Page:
If anyone out there has had a launch party, good or bad, send in your comments or stories. We'd all like to hear what you did and your feelings about your experiences.

Thursday, February 14, 2008

Sylvia Dickey Smith Next Thursday

Next Thursday, author Sylvia Dickey Smith, will stop here at Straight From Hel. She’s agreed to do an interview and share her experience and thoughts.

I thought I’d give you a week’s heads-up so you could check out her website and blog, maybe read one of her books, and come up with some questions for her.

Sylvia is the author of Dance on His Grave and Deadly Sins, Deadly Secrets, the first two books in her Sidra Smart Series. The series is set in southeast Texas in the town of Orange, where Sylvia grew up. If you know that part of Texas, then you know her books are filled with memorable characters.

She’s also an adept speaker and workshop leader. In the Fall, she’ll be teaching writing classes on a Carnival cruise. (It’s a tough world, but somebody’s gotta do it.)

She has an interesting blog, where she talks about her books, interviews authors, and gives her thoughts on writing.

Oh, she’s also going to start a free newsletter, which you can sign up for now.

So, visit her site and blog, then come back next Thursday for an interview with Sylvia Dickey Smith. And, oh yeah, she’s going to be giving away a free book to a Straight From Hel reader, so look for instructions on how to throw your name in the hat for that!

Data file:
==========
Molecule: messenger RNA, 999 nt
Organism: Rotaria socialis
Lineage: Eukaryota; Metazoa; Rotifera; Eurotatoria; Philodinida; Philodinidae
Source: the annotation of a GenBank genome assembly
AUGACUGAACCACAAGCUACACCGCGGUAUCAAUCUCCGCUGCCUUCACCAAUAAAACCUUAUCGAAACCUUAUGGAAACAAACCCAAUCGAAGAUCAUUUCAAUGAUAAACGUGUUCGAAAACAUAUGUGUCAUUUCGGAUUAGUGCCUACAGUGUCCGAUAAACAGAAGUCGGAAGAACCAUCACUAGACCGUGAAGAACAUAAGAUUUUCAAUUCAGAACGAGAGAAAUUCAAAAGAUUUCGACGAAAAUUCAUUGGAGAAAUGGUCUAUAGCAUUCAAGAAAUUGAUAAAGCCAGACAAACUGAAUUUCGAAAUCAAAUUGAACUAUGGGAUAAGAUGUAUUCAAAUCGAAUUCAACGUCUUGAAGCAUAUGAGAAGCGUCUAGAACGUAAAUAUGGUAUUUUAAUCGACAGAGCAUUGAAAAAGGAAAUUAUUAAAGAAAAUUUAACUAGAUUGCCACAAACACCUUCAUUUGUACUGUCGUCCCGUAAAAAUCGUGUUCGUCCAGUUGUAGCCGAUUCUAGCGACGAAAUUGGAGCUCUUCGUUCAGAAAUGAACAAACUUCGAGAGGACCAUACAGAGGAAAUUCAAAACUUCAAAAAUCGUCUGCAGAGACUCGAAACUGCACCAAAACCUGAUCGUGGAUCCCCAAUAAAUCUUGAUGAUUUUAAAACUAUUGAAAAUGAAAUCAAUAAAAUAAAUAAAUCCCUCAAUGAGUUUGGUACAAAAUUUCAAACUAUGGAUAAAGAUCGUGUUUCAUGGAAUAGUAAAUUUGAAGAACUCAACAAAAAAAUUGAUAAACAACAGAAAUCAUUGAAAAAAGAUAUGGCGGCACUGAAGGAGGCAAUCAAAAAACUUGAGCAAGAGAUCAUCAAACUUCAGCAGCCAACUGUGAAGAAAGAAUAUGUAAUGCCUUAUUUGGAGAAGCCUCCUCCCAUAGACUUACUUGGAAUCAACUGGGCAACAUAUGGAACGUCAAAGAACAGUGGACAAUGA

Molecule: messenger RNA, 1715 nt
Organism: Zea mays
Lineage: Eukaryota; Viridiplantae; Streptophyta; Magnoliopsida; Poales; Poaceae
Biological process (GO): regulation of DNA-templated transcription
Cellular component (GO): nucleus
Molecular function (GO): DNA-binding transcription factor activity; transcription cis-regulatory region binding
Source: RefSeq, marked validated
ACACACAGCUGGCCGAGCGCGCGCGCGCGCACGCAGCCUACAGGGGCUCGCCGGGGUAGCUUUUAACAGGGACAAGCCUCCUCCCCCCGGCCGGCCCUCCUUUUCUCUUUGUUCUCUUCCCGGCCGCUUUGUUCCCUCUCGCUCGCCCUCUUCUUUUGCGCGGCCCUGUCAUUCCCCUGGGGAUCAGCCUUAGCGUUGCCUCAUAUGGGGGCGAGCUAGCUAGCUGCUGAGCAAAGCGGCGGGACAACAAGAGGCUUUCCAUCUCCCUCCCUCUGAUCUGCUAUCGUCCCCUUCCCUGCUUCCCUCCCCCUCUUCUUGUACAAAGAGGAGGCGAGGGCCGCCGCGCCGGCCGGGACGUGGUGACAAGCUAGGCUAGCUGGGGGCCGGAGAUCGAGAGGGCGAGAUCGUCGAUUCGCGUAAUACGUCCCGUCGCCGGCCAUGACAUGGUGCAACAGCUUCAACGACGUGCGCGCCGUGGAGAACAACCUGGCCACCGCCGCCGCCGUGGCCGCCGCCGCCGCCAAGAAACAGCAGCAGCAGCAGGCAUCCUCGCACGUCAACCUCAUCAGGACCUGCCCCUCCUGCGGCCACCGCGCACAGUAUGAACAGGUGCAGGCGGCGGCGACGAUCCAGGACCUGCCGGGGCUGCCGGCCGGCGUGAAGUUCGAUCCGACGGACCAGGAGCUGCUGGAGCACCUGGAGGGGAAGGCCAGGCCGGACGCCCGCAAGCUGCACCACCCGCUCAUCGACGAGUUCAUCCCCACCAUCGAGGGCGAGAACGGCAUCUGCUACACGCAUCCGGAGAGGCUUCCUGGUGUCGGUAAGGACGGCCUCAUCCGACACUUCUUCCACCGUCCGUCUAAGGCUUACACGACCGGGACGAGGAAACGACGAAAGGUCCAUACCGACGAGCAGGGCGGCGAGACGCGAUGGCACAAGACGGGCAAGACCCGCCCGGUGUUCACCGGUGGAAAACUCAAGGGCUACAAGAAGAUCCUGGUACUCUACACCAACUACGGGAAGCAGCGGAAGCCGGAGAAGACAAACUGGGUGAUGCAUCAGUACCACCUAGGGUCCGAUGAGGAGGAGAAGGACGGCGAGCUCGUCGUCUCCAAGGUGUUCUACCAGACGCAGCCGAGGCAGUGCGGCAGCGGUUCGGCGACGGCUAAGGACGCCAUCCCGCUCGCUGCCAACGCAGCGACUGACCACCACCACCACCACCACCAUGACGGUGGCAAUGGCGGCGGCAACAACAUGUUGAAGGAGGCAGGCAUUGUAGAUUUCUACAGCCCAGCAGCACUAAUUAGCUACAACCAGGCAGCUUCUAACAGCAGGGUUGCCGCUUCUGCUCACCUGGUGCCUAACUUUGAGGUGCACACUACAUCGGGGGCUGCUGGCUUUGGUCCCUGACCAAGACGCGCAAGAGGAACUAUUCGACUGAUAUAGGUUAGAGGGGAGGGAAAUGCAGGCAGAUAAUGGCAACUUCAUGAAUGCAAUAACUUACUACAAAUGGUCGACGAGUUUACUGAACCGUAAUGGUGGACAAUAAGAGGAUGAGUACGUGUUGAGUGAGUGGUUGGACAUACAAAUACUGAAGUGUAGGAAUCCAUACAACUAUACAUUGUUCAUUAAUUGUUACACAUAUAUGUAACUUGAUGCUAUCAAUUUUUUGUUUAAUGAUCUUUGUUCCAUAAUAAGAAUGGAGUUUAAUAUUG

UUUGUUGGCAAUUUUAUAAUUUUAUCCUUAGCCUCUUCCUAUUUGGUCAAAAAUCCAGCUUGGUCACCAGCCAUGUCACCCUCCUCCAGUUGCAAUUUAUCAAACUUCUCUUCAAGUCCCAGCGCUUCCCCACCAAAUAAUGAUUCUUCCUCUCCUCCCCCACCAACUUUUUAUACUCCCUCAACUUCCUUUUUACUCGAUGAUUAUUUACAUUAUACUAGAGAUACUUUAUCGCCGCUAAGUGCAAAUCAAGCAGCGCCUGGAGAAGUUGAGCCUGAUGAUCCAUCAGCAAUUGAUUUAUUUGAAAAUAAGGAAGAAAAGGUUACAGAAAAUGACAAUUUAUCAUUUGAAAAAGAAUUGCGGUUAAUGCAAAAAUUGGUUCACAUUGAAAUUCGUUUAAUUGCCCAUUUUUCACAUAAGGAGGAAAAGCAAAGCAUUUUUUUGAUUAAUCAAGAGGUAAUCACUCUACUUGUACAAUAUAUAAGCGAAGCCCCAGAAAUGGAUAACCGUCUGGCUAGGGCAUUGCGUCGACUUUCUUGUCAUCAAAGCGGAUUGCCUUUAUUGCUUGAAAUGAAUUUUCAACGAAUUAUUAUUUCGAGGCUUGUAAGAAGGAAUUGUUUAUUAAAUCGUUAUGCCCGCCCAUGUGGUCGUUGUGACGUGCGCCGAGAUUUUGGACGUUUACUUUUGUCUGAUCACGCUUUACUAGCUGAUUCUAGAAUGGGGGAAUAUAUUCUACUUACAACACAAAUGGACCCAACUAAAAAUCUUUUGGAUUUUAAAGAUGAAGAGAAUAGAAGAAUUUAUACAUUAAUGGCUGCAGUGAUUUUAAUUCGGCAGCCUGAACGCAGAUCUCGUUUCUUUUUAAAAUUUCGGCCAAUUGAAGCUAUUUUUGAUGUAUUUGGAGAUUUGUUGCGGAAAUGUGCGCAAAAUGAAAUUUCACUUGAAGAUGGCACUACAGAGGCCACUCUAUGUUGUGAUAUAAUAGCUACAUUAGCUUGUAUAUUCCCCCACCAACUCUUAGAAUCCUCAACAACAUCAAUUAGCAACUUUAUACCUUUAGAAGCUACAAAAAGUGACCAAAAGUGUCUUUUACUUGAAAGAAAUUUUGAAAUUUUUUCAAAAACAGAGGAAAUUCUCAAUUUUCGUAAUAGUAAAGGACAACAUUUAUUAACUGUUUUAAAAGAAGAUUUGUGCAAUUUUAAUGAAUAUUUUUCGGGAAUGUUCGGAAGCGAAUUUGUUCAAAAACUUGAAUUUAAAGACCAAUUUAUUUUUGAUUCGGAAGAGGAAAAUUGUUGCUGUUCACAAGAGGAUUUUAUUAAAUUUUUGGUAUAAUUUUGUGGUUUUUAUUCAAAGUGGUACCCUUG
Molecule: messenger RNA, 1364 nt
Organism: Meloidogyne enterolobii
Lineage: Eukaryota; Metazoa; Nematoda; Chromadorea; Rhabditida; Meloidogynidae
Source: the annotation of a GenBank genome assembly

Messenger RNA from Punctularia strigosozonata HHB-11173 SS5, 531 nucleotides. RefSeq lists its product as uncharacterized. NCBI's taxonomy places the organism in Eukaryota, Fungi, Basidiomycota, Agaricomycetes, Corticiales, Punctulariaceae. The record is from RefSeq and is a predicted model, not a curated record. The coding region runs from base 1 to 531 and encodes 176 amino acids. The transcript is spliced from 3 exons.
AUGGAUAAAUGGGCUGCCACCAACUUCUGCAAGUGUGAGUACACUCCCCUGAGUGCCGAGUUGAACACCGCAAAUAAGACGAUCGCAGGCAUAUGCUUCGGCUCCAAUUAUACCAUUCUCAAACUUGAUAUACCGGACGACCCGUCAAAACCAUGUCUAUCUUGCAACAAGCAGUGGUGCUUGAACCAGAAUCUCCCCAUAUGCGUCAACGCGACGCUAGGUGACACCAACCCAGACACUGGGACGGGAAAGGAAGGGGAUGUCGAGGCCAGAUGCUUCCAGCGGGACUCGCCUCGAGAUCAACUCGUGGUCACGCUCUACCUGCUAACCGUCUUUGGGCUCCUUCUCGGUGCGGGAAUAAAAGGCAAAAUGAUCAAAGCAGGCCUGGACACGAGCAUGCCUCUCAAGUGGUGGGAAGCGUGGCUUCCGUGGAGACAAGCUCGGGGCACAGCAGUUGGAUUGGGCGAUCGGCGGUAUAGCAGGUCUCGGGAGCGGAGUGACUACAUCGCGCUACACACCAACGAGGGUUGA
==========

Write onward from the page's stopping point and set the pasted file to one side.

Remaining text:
Wednesday, February 13, 2008

Is Napster Coming to a Book Near You?

Remember the uproar a few years back about teens downloading music online for free? Remember the lawsuits because they were sharing copyrighted songs by the thousands? Artists and producers who owned the rights to those songs forced Napster to change their way of doing business.

Newsweek predicts that the same scenario may happen to the book world. It all came to the forefront last month with a website for ArtizBookSnap. Sort of a scanner, except designed to handle books. According to the author, the book snapper is sort of a big, heavy, awkward contraption costing $1,600 that won’t, as it is, change the world. You have to turn the pages by hand, two cameras (not included) take pictures and send them to your computer then software transforms them so they’re readable on a screen or e-reader.

The significance of the ArtizBookSnap is that it could be the forerunner for a much more consumer-friendly device that would lead to a Napsterish for Books or an I-Pod-like e-book reader. People could create ebooks from their physical books then share them online with others. No paying the authors. To hell with copyrights.
That's when the idea of ripping books might really catch on, presumably with cheaper, cooler scanners. "It will be inevitable," says Booppanon. "And then the book industry will follow what happened with the music industry." Remember—Napster happened in a snap.

Sometimes it’s not the car coming down the road at you that you have to worry about. It’s the truck you can’t see yet.

Tuesday, February 12, 2008

This is Counter Intuitive

I was reading an article in Newsweek over the weekend. The more I read, the more I muttered, No, this is nuts. By the end, I’d decided that, at the least, it’s totally counter intuitive.

The article, “Free Speech,” focuses on author Paulo Coelho (The Alchemist) and his recently revealed passion for putting his books online for free. This is not to say he doesn’t sell his books – he’s sold more than 100 million copies, in fact. But he doesn’t just say, it’s okay with me if you download my book instead of buying a copy. He works at making his books available online. He has a website that searches for sites that offer his books free. He pays scouts around the world to find where his books are available online.